As Gagne left, a video package was shown to promote WrestleRock 2014.
The Midnight Express (w/Jim Cornette) vs. Rick Martel/Barry Windham:
The Express entered the ring first, and Cornette personally handled the ring introductions for his crew. As Windham and Martel jogged to the ring, Styles reported that he hoped to have details concerning the Express and the Guns before the match ended.
Windham and Eaton started the contest, and the two smoothly wrestled and counter-wrestled each other with armdrags, hiptosses, and other perfectly executed moves. Ditto for Martel and Lane – and indeed, any combination of the four. The quartet mixed the simplicity and story-telling of the Gagne/Murdoch match, but at a tempo more like the Ultimate-X match. Eaton and Lane dominated for long stretches, thanks to year of teaming together, but face-in-peril Windham valiantly made the tag to the Canadian. Martel exploded into the ring, hurling both members of the Express around the ring. He locked Eaton in his patented Boston crab, but as the referee physically separated Windham and Lane outside the ring, Cornette smashed Martel in the back of the head with his tennis racket. The official missed it, and Lane covered Martel for the shady win.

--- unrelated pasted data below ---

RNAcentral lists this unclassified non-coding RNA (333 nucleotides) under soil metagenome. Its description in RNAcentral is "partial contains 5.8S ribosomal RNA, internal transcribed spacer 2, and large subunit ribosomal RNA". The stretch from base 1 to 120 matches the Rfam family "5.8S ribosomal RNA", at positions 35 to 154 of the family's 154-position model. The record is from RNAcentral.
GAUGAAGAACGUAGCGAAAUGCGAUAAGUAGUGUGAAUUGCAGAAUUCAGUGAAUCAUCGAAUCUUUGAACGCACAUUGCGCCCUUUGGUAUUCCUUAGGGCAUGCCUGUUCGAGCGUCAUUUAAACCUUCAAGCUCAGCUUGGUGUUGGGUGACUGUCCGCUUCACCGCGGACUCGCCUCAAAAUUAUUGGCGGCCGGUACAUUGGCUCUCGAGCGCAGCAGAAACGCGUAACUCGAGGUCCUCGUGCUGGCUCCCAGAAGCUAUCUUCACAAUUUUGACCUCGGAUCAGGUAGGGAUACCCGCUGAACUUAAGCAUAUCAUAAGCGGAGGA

Joey Styles: Well, it wasn’t a clean victory, but the Midnight Express will be heading into WrestleRock 2014 with some momentum. The championship committee has just confirmed that Bobby Eaton and Stan Lane WILL meet – as hoped! – the Motor City Machine Guns. But that’s not all! The World’s Greatest Tag-Team, comprised of Shelton Benjamin and Charlie Haas, will take on Harlem Heat at WrestleRock! Both matches will be contested under “Beat the Clock” rules, and whoever wins their match the fastest will get an AWA Tag-Team championship match in August! But now, let's send it down to the ring, and the one and only Lance Russell!